Benchmarks can be helpful, provided they are used as general guidelines.  If you have concerns, check with your pediatrician.  A good rule of thumb: don’t let other children’s progress get in the way of your respect for the individuality of your child.

 

Make Your Own Ice Pops

Ice pops are perfect for a summer dessert or afternoon snack. Instead of purchasing them at the store, invest in an ice pop mold (or use small paper or plastic cups) and invite your little one into the kitchen to experiment with making your own. After you try the delicious recipes below, get creative and see what tasty flavors you can whip up!

Strawberry Lemonade Ice Pops

  • 1 (12-ounce) can frozen lemonade concentrate
  • 3 cups cold water
  • 1 (16-ounce) package frozen sliced strawberries

Prepare the lemonade as directed on the package. Place the frozen strawberries into a blender and puree them until smooth. If necessary, use some of the lemonade to help the strawberries blend. Stir the strawberry puree into the lemonade and pour the mixture into the ice pop molds. Freeze them until set.

Pudding Pops

  • 1 package sugar-free pudding mix in the flavor of your choice
  • 2 cups cold low-fat milk
  • 2 cups low-fat Cool Whip

Prepare the pudding as directed on the package, using the 2 cups of cold low-fat milk. Mix in the 2 cups of low-fat Cool Whip and divide the mixture into ice pop molds. Freeze them until set.

 

*An adult should oversee all activities.  Activities may not be appropriate for all ages.

You Are What You Drink

You may have heard the phrase “you are what you eat,” but this is also true for what we drink. Many parents watch what they eat, but end up consuming large amounts of juice or caffeinated beverages, and less water than needed.

Drinking more water is a quick, easy habit to develop. Water has fantastic benefits for your body and getting the recommended amount is beneficial in many ways:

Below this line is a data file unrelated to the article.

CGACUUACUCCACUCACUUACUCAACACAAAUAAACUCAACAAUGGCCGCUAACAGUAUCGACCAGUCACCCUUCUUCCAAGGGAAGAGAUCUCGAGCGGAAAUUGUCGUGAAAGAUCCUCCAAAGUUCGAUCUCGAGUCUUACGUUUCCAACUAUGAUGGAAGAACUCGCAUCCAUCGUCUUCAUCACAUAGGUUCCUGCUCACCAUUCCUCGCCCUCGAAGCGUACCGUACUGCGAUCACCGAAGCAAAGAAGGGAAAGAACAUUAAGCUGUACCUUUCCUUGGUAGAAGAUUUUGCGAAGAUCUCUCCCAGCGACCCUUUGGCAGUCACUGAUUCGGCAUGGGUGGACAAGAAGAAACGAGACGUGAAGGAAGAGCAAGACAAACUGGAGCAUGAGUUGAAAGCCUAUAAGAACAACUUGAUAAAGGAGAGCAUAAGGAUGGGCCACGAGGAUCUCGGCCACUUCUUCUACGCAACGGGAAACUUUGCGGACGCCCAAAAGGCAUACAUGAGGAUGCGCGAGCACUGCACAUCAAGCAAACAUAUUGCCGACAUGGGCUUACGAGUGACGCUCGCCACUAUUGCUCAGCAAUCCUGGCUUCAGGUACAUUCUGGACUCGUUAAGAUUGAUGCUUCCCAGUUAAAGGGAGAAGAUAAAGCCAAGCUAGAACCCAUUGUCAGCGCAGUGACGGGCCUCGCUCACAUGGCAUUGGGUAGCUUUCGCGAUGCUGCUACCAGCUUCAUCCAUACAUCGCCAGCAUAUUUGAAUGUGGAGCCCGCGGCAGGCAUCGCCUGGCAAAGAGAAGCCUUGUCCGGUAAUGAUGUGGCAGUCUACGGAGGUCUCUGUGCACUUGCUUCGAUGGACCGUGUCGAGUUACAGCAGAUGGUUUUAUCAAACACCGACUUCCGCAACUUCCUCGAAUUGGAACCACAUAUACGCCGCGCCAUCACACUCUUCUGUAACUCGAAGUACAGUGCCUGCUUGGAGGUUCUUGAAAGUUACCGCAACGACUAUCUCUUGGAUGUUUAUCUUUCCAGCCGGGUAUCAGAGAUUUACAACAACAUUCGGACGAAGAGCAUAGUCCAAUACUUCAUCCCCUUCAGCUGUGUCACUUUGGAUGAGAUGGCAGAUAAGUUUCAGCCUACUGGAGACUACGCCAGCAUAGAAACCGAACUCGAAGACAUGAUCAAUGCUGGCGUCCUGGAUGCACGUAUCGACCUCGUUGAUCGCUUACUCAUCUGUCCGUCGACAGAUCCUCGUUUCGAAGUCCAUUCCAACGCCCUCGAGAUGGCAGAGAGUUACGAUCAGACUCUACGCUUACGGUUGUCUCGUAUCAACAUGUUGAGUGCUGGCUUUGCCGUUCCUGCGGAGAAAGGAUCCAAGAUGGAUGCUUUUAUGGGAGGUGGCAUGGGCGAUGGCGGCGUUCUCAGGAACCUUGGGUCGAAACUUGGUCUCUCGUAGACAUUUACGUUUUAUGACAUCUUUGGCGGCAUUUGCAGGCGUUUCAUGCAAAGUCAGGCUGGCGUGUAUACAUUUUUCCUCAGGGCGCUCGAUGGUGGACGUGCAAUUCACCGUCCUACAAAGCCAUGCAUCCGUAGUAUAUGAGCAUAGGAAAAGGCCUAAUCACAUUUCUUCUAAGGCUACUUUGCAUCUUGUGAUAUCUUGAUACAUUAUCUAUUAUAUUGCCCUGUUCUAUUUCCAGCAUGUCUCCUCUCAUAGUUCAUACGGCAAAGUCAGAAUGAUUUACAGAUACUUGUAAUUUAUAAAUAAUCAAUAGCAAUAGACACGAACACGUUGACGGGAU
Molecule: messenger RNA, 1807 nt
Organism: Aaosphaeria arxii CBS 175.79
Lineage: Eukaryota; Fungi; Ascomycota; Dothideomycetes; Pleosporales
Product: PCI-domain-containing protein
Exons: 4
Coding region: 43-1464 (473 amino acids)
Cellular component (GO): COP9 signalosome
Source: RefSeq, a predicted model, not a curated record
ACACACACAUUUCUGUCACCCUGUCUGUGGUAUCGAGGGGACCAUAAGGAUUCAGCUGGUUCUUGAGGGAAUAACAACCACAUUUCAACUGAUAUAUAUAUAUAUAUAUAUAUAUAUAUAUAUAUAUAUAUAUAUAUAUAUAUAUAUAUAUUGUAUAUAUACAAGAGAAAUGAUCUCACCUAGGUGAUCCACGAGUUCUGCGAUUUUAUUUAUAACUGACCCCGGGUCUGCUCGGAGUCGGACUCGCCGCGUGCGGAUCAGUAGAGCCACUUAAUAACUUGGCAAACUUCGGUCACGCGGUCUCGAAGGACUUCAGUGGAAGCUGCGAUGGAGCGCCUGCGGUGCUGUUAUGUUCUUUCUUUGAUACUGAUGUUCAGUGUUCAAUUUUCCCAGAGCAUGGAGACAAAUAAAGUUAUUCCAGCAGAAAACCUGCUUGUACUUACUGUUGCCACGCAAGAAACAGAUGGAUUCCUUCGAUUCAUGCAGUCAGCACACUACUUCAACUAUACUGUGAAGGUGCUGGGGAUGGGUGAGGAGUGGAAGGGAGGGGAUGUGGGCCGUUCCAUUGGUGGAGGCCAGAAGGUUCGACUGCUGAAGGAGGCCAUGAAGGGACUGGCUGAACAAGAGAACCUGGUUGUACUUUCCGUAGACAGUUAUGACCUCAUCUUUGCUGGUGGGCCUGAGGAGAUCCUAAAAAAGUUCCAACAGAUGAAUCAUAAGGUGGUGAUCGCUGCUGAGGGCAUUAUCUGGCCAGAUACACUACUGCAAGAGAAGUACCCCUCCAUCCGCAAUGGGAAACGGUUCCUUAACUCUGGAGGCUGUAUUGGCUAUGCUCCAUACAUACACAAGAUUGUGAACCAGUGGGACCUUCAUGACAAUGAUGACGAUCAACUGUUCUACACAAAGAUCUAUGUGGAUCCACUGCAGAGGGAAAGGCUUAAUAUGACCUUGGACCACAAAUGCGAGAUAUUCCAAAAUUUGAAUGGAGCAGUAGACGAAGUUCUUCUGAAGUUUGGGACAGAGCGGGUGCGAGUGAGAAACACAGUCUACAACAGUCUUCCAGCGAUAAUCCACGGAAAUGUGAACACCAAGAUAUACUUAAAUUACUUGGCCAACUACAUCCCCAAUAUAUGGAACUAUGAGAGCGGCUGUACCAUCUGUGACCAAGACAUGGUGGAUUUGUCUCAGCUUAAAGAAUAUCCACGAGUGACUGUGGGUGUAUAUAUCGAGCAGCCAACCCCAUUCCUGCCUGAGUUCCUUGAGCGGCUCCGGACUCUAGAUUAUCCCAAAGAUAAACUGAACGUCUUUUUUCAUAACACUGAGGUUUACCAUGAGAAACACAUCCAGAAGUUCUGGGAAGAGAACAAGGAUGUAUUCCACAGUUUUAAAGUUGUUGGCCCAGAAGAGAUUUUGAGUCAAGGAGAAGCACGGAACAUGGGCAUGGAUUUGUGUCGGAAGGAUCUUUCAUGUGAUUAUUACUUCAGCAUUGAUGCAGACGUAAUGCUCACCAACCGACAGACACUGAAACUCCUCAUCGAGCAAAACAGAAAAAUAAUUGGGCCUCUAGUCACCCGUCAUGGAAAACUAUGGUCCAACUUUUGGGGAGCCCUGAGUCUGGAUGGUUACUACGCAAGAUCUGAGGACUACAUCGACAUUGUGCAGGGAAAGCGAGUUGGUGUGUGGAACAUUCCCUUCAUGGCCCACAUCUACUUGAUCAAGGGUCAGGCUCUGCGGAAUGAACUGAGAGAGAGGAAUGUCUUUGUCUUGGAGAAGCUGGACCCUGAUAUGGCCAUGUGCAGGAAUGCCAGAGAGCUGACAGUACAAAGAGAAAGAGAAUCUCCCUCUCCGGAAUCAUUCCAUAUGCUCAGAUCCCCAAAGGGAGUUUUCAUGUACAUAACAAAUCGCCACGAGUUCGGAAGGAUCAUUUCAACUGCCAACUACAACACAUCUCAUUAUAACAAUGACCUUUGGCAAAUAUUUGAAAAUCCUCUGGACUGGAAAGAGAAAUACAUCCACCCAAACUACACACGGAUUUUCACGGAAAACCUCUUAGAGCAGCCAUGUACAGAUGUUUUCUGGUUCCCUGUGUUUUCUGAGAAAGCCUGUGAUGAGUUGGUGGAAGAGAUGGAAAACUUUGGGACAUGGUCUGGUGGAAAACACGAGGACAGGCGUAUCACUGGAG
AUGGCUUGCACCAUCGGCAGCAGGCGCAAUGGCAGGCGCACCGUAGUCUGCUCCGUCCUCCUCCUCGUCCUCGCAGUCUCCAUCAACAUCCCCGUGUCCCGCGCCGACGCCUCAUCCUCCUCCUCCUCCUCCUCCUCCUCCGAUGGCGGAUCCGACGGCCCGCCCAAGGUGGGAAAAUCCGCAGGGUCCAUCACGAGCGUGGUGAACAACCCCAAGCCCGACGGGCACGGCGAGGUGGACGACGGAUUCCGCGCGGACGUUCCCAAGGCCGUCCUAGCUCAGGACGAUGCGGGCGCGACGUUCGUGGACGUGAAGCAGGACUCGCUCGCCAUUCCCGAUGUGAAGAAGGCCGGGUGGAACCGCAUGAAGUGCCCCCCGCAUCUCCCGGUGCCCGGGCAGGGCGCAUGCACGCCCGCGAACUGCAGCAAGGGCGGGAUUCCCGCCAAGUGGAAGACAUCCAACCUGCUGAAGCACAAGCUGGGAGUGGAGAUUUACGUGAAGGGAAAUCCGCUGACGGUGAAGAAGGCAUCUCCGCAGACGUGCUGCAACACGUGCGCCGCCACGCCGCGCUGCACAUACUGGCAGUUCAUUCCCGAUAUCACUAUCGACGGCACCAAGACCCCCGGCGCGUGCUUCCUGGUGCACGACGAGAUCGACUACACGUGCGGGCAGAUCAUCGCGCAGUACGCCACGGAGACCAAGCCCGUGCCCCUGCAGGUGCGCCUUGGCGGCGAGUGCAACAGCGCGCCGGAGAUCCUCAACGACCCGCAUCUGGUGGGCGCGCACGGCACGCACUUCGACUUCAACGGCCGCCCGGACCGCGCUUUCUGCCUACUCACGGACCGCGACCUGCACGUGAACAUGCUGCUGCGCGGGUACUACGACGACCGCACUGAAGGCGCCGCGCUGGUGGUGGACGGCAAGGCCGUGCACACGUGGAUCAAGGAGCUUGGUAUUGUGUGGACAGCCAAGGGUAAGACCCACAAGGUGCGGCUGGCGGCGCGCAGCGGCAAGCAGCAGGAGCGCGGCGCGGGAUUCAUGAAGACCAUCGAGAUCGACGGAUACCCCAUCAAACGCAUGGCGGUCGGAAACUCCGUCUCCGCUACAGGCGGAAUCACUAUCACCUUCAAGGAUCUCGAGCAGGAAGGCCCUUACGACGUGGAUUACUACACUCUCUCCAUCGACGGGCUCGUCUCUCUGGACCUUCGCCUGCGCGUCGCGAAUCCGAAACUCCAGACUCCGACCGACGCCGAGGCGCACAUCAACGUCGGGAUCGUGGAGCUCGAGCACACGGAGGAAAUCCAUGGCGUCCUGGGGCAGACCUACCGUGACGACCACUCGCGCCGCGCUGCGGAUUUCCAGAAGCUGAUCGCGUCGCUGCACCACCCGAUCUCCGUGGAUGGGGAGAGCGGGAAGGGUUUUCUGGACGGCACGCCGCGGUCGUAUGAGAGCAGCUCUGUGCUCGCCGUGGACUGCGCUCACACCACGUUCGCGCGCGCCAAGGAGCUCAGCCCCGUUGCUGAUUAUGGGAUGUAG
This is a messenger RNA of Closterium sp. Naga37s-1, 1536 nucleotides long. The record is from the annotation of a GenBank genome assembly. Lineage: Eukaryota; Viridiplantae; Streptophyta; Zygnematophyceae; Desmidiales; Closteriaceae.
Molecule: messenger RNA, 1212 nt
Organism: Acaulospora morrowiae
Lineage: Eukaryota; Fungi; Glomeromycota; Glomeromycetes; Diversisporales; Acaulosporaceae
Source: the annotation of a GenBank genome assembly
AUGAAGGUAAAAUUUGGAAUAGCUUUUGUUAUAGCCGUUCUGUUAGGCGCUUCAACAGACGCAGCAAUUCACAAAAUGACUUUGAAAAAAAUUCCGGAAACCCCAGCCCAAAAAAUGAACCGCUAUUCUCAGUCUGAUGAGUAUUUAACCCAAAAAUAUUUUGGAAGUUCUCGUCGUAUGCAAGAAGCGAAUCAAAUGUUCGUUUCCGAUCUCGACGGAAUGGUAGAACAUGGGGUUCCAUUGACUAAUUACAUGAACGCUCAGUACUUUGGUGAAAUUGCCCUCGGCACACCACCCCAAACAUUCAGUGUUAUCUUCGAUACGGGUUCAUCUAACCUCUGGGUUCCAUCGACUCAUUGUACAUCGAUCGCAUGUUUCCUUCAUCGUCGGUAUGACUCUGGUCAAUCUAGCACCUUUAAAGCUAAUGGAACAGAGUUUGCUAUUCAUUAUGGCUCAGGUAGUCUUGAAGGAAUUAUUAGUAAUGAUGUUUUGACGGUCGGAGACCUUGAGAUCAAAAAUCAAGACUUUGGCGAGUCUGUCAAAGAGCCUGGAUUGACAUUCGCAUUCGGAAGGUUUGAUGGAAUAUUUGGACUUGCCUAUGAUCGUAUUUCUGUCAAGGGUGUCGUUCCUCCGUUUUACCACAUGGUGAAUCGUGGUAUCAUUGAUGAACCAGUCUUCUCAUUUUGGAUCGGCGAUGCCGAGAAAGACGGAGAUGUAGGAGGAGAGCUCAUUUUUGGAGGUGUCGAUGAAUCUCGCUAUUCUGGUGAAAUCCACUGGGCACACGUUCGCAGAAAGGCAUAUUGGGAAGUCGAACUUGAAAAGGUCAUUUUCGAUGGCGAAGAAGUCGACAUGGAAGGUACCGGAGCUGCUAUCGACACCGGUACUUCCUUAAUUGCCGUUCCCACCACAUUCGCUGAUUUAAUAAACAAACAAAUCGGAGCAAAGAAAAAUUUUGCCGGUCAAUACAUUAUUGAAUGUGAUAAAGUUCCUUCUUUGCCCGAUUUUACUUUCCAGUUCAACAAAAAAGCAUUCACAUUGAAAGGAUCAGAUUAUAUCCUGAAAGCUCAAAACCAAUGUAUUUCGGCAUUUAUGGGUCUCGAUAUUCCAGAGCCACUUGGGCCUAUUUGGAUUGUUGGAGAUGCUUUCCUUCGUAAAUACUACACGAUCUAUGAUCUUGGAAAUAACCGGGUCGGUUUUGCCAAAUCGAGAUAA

• Drinking two glasses of water in the morning helps prepare your organs for the day.
  • Drinking one glass 30 minutes before a meal helps digestion.
  • Drinking one glass before baths or showers helps to lower your blood pressure.
  • Drinking one glass of water before bed helps lessen your chances of having a stroke or heart attack.

Life moves pretty fast, so cultivate habits that are healthy and help you relax a little so you can enjoy it as much as you can. Your body will thank you for increasing your water intake.

The Importance of Limits

 

Dr. Kyle Pruett ALimits define where a child’s world, safety, and autonomy begin and end.  When these limits are clear, a child is free to go on to more interesting and valuable activities – like discovery and learning.  Children will continually retest boundaries, just to make sure they’re in good working order.  But if the limits stay firm, retesting will become less frequent and more manageable.

As your child seeks to win your approval and to find the boundaries in her world, the easier you make her search, the better for both of you because of the wonderful results:

  • Acceptable behavior:  A winsome child is mile ahead of the perpetually demanding whiner.  It’s fun being around pleasant kids for children and adults alike.
  • Learning:  Children who continually test or search for boundaries (either because those boundaries keep shifting or don’t exist) have less time and energy for the really important work – exploration, discovery, and learning.
  • Intellectual development:  To think through a planned action and its consequences – Will something break?  Will Mommy be unhappy? – is an important achievement for toddlers.  It builds cognitive capacities just as surely as thinking through and resolving any other problem.  Children need this formative experience, and without consistent limits, they won’t get it.